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What to feed hedgehogs in the garden – what do the mammals eat and what foods to avoid?

There are many animal lovers who would feed a hedgehog in the garden, and if you are also one of them, you are in the right place. Nowadays, these popular mammals often have difficulty finding enough suitable food in the wild due to numerous factors. Therefore, it is important for garden owners to be more informed about how to feed them. Thus, they do not endanger the health of critters and at the same time can provide them with a hospitable refuge. Here are some useful information and tips on feeding such wildlife that can help you with such a charitable project.

Provide natural environment and feed hedgehogs in the garden.

feed wild hedgehogs in the garden and support the animals before their hibernation

The hedgehog’s natural diet consists mainly of earthworms , ground beetles, caterpillars and millipedes. Of course, it is difficult to find such food, but you can still treat such a visitor as an honored guest. However, during cold or dry periods, the creepy crawlies are much less likely to be seen in gardens. Therefore, hedgehogs benefit tremendously from shallow water dishes and supplemental feeding during these times. Hedgehogs drink water from natural sources such as puddles. However, by leaving a shallow bowl of fresh water, you ensure that they stay hydrated throughout the year.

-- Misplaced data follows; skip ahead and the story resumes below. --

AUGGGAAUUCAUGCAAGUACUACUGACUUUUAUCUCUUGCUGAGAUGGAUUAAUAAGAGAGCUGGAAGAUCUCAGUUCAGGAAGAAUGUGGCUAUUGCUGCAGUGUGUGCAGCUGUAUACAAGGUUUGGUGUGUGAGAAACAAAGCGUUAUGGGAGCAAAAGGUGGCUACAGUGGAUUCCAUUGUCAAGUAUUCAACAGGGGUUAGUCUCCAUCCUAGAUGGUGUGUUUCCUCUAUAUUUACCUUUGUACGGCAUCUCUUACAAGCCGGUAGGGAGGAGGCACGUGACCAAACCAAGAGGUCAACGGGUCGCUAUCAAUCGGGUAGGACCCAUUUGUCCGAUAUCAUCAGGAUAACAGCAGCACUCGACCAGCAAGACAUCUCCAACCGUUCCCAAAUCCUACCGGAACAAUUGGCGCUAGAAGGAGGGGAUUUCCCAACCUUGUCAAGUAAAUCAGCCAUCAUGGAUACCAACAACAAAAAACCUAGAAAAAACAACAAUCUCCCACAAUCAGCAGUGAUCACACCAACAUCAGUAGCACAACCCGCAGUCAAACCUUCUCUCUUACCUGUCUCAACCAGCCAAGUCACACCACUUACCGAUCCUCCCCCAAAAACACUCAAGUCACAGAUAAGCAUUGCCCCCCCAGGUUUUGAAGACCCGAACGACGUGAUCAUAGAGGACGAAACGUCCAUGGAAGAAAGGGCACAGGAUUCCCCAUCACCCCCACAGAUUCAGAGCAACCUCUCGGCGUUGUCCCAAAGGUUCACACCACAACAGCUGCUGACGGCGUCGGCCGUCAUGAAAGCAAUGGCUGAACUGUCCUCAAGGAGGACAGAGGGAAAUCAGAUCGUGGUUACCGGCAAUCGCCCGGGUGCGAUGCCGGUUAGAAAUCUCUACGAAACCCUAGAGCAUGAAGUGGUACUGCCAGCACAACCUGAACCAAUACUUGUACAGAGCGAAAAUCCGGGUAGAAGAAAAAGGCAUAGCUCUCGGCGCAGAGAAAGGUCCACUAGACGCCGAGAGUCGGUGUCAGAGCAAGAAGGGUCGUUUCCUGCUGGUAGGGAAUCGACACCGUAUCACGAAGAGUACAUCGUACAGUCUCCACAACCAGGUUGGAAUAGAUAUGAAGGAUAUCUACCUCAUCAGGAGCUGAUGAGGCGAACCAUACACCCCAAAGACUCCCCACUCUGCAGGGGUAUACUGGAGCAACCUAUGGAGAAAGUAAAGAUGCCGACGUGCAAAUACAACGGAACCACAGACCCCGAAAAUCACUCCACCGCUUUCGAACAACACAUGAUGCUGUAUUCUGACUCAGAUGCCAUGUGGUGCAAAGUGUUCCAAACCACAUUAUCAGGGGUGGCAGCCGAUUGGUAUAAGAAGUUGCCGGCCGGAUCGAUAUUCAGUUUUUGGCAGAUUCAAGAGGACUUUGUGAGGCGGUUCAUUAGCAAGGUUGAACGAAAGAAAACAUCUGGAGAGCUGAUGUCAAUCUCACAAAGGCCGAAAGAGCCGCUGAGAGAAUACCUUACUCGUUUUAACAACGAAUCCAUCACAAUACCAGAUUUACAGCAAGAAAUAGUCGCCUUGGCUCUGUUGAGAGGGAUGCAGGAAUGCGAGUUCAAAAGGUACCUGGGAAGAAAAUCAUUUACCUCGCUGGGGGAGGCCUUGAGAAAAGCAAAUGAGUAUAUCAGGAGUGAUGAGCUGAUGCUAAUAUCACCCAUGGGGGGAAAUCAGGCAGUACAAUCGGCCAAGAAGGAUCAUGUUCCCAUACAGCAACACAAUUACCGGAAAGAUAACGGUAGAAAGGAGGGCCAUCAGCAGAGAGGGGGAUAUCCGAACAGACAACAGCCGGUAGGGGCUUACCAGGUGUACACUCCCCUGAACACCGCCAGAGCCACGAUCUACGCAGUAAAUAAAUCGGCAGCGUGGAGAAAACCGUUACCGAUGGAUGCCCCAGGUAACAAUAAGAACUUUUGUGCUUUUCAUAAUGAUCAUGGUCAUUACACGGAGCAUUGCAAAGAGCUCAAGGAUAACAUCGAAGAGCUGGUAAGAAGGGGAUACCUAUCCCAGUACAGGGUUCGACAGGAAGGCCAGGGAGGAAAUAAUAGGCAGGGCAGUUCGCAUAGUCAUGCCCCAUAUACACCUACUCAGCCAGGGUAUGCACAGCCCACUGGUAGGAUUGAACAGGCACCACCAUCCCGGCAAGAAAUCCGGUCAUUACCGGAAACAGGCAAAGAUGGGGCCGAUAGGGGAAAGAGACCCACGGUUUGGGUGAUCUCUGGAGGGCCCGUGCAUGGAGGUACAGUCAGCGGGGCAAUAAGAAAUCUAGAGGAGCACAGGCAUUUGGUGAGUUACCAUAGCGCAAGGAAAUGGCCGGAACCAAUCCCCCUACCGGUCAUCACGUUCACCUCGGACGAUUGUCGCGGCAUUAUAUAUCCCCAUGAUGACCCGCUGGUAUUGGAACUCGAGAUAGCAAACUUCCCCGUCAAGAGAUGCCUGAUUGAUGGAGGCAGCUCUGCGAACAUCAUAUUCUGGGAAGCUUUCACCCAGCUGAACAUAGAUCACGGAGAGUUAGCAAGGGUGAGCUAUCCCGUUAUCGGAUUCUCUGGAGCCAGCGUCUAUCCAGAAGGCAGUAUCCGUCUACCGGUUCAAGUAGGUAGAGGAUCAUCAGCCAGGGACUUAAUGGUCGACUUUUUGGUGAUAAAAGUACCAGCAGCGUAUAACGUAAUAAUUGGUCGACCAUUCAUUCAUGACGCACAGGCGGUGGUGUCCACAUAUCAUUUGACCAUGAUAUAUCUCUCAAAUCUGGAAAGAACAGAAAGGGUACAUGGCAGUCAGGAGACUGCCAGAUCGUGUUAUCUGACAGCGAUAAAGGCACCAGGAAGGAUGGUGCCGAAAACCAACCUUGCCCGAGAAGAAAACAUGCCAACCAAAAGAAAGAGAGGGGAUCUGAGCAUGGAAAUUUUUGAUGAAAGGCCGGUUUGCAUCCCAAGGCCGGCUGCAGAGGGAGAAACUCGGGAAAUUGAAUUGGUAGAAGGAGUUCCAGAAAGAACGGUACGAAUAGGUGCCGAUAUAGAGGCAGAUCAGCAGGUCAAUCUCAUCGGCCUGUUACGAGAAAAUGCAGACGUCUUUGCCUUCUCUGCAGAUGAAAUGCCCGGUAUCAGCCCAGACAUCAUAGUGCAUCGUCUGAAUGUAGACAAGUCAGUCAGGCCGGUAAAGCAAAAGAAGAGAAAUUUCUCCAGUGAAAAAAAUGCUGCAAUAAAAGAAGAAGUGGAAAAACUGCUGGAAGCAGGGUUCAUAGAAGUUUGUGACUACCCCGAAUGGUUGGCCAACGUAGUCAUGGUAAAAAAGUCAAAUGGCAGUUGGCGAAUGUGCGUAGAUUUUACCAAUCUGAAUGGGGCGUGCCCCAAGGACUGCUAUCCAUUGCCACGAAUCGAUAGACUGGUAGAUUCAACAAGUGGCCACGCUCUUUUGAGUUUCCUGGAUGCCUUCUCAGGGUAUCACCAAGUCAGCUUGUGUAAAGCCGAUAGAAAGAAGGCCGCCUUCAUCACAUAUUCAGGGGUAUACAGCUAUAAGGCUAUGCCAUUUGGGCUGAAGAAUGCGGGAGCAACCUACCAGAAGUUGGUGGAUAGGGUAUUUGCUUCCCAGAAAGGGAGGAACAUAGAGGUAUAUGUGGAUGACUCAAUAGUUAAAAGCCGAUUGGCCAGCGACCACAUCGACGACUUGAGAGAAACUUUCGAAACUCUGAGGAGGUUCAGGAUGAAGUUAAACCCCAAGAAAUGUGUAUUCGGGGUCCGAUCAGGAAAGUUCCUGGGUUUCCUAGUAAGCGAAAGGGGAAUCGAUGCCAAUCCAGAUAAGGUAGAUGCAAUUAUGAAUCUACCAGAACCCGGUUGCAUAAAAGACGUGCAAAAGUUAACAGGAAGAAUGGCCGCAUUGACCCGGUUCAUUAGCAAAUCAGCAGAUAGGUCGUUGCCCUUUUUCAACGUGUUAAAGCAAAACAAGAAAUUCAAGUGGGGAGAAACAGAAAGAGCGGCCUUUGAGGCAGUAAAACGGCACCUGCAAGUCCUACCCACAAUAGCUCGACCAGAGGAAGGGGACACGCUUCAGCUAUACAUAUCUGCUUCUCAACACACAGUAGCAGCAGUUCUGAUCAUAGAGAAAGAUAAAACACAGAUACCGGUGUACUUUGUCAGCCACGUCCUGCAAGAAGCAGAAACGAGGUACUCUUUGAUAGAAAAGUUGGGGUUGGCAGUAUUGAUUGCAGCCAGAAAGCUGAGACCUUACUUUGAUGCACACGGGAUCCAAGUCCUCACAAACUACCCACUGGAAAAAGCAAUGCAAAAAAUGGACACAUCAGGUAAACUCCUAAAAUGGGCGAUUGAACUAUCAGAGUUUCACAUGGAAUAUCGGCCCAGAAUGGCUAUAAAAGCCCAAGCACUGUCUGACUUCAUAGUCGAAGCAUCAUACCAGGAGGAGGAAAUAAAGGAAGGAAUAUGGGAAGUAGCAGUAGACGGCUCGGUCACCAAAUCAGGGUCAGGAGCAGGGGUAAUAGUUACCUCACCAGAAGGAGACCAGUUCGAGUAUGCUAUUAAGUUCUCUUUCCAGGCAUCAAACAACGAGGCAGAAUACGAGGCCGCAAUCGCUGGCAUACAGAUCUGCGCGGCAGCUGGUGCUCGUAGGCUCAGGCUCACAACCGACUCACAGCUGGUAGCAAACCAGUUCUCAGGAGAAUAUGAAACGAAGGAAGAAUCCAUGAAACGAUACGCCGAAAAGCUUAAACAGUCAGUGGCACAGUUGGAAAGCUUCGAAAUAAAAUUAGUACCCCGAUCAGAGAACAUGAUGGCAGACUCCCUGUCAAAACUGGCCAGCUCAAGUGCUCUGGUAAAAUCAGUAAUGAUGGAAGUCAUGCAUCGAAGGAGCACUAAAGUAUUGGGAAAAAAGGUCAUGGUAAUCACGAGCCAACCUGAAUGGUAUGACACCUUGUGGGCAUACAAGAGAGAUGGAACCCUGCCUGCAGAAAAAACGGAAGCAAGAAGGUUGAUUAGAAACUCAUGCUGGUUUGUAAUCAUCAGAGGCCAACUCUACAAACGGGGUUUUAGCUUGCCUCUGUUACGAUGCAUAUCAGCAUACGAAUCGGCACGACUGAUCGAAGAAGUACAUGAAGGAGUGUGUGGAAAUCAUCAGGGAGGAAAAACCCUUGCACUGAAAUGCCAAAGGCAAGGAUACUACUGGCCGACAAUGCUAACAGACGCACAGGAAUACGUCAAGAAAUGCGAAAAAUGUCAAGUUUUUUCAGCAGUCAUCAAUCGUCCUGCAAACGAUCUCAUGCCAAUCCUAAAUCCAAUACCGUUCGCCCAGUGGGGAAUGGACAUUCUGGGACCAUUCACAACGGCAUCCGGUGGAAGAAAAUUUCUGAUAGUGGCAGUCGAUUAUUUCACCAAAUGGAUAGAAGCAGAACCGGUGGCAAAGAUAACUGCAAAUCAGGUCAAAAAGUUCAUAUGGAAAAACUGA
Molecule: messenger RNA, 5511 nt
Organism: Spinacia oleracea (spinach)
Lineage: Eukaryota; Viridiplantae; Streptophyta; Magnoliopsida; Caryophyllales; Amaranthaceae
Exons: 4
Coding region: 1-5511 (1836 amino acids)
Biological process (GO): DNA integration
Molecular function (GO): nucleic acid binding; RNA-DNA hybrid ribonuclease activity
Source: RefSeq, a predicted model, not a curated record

natural food for hedgehogs can be invertebrates like snails or caterpillars as well as centipedes

In addition, hedgehogs hunt by sniffing through the undergrowth and using their keen sense of smell and hearing to catch any prey that disturbs them. While invertebrates are high on their menu, hedgehogs are opportunistic feeders. Carrion, fallen fruit, and the eggs of ground-nesting birds may be taken if a hedgehog encounters them. A likely reason for the lack of food for these wild animals is the reduced number of invertebrates due to agricultural intensification and pesticide use.

Why care about outdoor beneficial insects?

care for wildlife and provide a hospitable refuge for hedgehogs in the garden area

Although they have been endangered in recent decades, hedgehog populations are beginning to stabilize, especially in urban areas. One of the main reasons for this is that more and more people are feeding hedgehogs in their yards and even making their outdoor areas and patios wildlife-friendly. For example, many garden owners feed birds in their gardens because they enjoy watching the animals at the table and feeders. However, that’s not quite the case with hedgehogs. The mammals are nocturnal and usually feed when most people are asleep. So unless you have a night camera, you probably won’t be able to see a hedgehog feeding.

provide shelter and feeding for hedgehogs and help these favorite outdoor guests